Dalecarlia, a province situated in the heart of Sweden, is notable for its remarkably high peasant civilisation, which is revealed in architecture, art and folk-lore. The people have, more than in any other province in Sweden, retained their old customs and costumes, and there is a staunch, rather obstinate trait in their character, reflected in their fine features. Gustavus Vasa, the young Swedish nobleman, in the year 1521, after many thrilling adventures, gathered the people of Dalecarlia under his banner, and with their help liberated Sweden from the tyranny of King Christian of Denmark. Dalecarlia was the home of Zorn, the realistic etcher, painter and sculptor, and of Karlfeldt, famous poet.
Falun, famous mining town, can boast the oldest Limited Company in the world, the Stora Kopparbergs Bergslag. The oldest royal charter that is preserved dates back to the year 1347, but the Company is mentioned in a deed of purchase dating back to 1288 which is kept in its museum. Rättvik and Leksand, two villages on the shores of Lake Siljan, are famous tourist centres. A Sunday morning at the latter place, with the people, dressed in their different costumes, arriving for church across the lake, presents a most picturesque scene, the bright red and green and orange of aprons, neckerchiefs and head-dress adding a gay splash of colour to the picture. Midsummer in these parts, with dancing round the Maypole and other jollifications, is one of the most interesting features of country life in Sweden. And so is Christmas, with sleigh-drives to early Mass on Christmas morn, and no end of quaint forms of celebration.
Värmland. Midsummer and Christmas are great times also in the land of Gösta Berling and the home of its author, Selma Lagerlöf, of Nobel Prize fame. This is perhaps the most beautiful province in Sweden, and figures in many a poem by Fröding, a poetic genius who, like Strindberg, knew how to express in words that crude, honest simplicity mingled with a certain rather coarse wit that is characteristic of the Swedish mental make-up.
Härjedalen, a province still further north, has beautiful scenery, besides providing you with excellent fishing.
Jämtland has several famous tourist centres, Storlien, Are, Hålland, etc., forming excellent pieds-à-terres for hiking expeditions in the summer or for ski-ing in the winter.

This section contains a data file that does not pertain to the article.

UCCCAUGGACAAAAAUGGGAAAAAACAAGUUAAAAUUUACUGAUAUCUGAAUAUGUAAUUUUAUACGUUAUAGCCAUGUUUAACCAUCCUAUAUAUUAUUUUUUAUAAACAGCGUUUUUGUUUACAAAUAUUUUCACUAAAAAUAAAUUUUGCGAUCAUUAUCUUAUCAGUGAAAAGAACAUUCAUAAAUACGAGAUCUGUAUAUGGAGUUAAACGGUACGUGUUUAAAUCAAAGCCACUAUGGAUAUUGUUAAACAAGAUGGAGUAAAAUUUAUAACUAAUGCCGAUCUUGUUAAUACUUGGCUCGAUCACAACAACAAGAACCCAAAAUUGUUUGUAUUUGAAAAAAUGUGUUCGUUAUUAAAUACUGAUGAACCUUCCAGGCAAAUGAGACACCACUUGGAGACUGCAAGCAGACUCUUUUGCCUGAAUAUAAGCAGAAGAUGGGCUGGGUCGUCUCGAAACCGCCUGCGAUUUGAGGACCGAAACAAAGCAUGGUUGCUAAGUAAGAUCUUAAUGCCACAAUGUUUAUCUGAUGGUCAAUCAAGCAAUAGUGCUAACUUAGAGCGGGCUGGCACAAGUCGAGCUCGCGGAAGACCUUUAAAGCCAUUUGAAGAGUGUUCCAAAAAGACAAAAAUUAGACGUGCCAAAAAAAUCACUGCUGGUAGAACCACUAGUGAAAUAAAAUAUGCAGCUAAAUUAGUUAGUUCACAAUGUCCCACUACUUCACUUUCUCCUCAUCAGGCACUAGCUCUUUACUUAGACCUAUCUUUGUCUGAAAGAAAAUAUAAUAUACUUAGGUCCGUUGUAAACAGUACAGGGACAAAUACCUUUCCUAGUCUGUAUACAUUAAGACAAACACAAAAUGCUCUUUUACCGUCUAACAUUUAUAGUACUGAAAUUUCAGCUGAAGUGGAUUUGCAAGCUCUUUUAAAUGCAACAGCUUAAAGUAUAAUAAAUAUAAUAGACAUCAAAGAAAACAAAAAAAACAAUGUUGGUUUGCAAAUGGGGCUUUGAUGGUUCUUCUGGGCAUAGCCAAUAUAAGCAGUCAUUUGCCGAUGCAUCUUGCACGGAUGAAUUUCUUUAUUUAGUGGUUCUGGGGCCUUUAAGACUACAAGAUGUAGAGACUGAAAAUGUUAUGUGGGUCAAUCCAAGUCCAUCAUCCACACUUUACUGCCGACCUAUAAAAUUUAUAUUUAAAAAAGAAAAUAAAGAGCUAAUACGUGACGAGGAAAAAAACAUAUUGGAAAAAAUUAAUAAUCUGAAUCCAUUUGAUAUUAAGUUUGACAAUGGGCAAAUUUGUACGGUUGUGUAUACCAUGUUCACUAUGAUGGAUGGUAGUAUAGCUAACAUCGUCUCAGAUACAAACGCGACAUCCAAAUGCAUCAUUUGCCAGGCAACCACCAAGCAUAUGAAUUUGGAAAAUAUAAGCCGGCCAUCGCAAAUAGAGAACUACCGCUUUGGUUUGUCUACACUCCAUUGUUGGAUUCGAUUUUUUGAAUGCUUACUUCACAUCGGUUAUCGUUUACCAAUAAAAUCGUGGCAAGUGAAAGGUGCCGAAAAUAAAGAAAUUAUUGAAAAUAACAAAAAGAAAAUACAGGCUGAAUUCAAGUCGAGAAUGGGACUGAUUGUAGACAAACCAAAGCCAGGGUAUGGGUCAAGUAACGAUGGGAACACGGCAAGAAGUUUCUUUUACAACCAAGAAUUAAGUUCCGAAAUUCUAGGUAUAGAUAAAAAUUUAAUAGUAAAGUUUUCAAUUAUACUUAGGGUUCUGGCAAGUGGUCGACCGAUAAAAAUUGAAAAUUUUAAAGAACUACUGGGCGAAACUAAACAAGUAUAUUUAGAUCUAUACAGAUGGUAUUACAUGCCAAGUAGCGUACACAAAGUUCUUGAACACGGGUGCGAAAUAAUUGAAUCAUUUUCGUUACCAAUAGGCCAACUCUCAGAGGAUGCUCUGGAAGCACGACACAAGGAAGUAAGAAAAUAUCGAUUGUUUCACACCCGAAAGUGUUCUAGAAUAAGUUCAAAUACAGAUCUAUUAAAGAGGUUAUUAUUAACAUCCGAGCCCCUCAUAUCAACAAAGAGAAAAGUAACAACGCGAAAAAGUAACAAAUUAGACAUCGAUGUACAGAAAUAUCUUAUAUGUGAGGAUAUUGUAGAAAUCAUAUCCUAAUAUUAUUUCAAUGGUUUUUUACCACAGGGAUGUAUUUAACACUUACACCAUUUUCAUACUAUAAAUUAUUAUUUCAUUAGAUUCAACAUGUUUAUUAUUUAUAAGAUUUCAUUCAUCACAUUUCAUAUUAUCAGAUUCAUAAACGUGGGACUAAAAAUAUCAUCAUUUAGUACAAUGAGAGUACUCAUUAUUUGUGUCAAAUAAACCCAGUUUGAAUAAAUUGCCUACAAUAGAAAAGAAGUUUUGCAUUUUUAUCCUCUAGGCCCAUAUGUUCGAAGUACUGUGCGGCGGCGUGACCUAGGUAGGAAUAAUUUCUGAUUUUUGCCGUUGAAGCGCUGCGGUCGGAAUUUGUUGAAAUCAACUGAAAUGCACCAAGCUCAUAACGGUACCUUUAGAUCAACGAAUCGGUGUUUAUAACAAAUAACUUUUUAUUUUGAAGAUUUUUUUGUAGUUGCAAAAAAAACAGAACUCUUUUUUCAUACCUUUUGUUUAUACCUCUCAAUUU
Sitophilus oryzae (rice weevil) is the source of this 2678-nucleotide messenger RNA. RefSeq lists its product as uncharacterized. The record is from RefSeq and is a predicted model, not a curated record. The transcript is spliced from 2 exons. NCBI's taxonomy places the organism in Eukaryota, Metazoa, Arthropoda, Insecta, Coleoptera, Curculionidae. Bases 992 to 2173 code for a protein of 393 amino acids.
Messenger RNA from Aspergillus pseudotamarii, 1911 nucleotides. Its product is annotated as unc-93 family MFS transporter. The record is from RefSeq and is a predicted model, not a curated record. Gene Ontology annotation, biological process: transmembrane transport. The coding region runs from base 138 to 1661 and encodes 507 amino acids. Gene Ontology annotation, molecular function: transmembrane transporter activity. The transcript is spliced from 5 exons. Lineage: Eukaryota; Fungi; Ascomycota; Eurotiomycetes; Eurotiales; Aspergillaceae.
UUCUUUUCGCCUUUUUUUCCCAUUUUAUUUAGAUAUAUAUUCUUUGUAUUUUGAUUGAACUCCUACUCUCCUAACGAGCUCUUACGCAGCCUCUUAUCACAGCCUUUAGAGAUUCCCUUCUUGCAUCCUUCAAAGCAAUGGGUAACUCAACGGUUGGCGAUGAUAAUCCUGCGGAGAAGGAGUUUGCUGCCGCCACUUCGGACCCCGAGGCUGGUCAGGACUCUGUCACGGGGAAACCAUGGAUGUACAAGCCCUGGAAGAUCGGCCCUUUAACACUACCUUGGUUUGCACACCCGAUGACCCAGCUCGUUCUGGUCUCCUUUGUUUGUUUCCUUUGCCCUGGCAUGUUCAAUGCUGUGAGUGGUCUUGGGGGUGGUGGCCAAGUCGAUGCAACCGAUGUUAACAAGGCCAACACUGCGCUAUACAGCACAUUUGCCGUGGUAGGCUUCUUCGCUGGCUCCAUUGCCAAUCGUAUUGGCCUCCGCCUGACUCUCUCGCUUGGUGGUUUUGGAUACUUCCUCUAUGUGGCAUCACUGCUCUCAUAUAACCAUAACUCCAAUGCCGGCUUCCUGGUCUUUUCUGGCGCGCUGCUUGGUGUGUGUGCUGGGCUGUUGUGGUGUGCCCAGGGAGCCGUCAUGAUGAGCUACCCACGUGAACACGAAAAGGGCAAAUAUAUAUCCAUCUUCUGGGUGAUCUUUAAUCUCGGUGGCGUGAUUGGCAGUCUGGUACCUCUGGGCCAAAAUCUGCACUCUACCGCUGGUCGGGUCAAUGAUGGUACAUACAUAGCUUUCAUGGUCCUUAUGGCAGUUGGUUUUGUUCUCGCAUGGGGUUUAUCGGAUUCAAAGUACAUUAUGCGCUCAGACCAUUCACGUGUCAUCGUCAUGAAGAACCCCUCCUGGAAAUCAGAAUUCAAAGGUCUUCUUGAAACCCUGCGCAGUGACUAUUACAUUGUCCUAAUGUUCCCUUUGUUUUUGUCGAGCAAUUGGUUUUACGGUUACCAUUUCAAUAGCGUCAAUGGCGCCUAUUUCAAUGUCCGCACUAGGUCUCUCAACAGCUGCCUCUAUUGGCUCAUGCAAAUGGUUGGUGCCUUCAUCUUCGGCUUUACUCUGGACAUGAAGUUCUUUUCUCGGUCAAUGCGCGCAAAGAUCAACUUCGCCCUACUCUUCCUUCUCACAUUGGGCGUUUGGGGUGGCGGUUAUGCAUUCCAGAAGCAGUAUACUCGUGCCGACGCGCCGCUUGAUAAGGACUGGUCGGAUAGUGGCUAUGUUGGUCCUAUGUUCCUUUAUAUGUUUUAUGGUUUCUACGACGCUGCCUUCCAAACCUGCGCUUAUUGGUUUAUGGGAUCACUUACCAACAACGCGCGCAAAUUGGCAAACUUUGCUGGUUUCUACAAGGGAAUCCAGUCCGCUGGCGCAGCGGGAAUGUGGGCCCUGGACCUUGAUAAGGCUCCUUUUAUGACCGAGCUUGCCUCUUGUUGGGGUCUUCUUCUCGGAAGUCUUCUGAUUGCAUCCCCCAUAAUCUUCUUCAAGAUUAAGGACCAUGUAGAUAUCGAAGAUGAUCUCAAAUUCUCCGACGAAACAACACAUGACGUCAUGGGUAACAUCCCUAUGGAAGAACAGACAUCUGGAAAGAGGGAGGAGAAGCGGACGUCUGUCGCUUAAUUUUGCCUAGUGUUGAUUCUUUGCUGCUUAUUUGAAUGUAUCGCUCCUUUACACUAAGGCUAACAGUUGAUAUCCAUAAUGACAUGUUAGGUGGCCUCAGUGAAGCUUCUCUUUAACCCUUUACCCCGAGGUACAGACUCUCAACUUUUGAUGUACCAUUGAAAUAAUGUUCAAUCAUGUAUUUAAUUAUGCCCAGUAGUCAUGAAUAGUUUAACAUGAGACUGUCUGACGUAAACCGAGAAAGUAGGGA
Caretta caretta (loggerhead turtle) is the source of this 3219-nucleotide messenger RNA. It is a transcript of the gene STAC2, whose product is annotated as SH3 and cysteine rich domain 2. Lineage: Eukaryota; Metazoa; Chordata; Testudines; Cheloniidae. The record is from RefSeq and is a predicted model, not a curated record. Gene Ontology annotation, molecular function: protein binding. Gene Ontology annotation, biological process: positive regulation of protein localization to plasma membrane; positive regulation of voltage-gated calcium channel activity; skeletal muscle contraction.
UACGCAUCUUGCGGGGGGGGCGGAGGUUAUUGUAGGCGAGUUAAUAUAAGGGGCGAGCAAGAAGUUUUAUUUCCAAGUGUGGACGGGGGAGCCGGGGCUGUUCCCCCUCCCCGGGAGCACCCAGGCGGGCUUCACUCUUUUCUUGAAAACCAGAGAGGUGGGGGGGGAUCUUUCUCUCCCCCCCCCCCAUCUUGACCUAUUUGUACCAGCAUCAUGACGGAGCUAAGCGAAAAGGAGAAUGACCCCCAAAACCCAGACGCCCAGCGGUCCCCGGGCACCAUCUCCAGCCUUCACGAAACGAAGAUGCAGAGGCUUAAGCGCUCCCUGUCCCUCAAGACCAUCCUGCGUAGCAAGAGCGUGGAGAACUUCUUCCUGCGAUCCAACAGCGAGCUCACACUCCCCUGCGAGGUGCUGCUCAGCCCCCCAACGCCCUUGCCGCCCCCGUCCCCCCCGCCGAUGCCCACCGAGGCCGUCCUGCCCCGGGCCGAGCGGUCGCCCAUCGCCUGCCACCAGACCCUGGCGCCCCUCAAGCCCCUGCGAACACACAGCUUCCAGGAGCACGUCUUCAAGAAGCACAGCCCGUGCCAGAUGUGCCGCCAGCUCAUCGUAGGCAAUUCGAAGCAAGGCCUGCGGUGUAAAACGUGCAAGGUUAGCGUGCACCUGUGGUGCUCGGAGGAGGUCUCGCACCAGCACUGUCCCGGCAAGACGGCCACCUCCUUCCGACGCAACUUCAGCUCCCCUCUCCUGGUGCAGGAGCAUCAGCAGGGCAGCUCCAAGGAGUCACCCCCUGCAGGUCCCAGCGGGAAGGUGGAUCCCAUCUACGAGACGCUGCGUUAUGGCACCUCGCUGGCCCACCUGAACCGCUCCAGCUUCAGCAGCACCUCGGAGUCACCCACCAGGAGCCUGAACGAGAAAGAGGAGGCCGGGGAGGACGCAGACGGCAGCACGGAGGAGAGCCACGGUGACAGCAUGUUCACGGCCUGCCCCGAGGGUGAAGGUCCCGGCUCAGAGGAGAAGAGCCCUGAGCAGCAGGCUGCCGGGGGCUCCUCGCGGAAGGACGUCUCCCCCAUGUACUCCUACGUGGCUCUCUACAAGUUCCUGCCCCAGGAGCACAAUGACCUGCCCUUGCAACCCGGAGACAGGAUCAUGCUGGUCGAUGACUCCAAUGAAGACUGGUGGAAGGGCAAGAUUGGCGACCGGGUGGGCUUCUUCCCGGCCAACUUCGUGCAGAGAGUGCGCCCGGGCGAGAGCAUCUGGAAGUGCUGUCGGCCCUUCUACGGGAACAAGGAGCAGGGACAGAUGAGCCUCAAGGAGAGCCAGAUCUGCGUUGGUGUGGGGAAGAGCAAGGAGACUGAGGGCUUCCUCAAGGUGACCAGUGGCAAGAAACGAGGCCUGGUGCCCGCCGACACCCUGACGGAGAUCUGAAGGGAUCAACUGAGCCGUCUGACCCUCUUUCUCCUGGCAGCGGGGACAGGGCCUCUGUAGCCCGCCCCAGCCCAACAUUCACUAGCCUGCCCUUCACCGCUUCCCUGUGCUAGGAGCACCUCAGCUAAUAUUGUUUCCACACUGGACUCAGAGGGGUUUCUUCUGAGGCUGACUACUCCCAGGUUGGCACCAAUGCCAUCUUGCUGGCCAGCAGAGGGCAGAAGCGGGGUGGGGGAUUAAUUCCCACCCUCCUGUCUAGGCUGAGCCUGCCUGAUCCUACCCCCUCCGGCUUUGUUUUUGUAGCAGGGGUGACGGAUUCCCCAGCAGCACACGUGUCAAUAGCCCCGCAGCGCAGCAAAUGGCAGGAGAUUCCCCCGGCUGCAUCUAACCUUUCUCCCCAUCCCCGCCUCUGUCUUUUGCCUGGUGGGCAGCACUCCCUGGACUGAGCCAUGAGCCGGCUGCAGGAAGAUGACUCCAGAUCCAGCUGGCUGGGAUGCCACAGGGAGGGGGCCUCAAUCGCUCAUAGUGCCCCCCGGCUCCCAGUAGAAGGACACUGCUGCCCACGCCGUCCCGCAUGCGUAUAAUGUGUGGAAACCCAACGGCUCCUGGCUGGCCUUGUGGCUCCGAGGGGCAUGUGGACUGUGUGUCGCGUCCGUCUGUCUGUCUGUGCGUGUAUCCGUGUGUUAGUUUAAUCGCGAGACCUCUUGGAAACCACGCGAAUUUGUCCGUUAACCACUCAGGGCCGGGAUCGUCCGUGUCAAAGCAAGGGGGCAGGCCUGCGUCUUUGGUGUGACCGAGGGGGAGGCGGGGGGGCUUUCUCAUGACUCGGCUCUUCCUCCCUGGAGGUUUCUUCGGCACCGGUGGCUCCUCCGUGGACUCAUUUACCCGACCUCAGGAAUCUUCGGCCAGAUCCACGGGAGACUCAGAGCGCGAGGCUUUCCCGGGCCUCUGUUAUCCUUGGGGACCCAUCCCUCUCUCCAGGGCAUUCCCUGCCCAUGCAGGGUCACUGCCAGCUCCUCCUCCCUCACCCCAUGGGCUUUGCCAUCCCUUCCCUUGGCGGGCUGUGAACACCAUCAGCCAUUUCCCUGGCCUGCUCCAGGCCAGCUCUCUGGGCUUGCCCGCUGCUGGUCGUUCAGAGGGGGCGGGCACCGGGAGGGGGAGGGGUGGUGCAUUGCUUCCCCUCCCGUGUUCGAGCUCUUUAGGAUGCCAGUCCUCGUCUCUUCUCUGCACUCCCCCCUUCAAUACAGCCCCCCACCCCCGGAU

Lapland you have already heard about, so I will just mention Porjus, a fine power-station situated within the Arctic Circle, and built about 150 feet below the river bed. Up here I have seen tomatoes growing in the summer, the long days, and the strong ultra-violet rays of the sun having a wonderfully stimulating effect not only on human beings, but also on the flora. The north of Sweden has a very fine flora, with many rare plants.
Kiruna, also far within the Arctic Circle, is a famous mining centre, where the iron ore is quarried from the mountain sides. The estimated potential wealth of the Kirunavaara and the Luossavaara mountains is a billion tons.
Abisko and Riksgränsen, the most northern tourist centres in Sweden, have beautiful scenery. Up here you will come across Lapps and reindeer, both “tourist ones” and the “real article.” You might also come across Johan Tuuri, the Lapp gentleman who created a written Lapp language. One of his books, dealing with his own people, has been translated into English. By the way, a Lapp will feel insulted if you call him by that name. “Sahme” is the name they favour. At Abisko you might also meet a certain Mr. Tirén, who has collected most of the existing Lapp tunes, numbering several thousands. For the Sahme are a musical race. But if you want to learn more about these extraordinary people of the North, you had better book your passage to Sweden.
How expensive it is to be ill—or convalescent—in London! In Sweden you get the best medical attention, the best nursing, and excellent convalescent treatment at a very low cost. Medicine in Sweden is of a very high standard, and doctors like Forssell, the great radium specialist, Key, the surgeon, Báràny, the Nobel Prize winning nose and throat specialist attached to Uppsala University, and Olivecrona, the great brain specialist, are famous all over the world. These, and many other leading surgeons, charge most moderate fees for their operations. There are also excellent hospitals and nursing homes. The Röda Korset (Red Cross) Hospital makes you think of a beautifully furnished private house, yet you get the best nursing and attention at a charge that you would pay at an ordinary private hotel in London.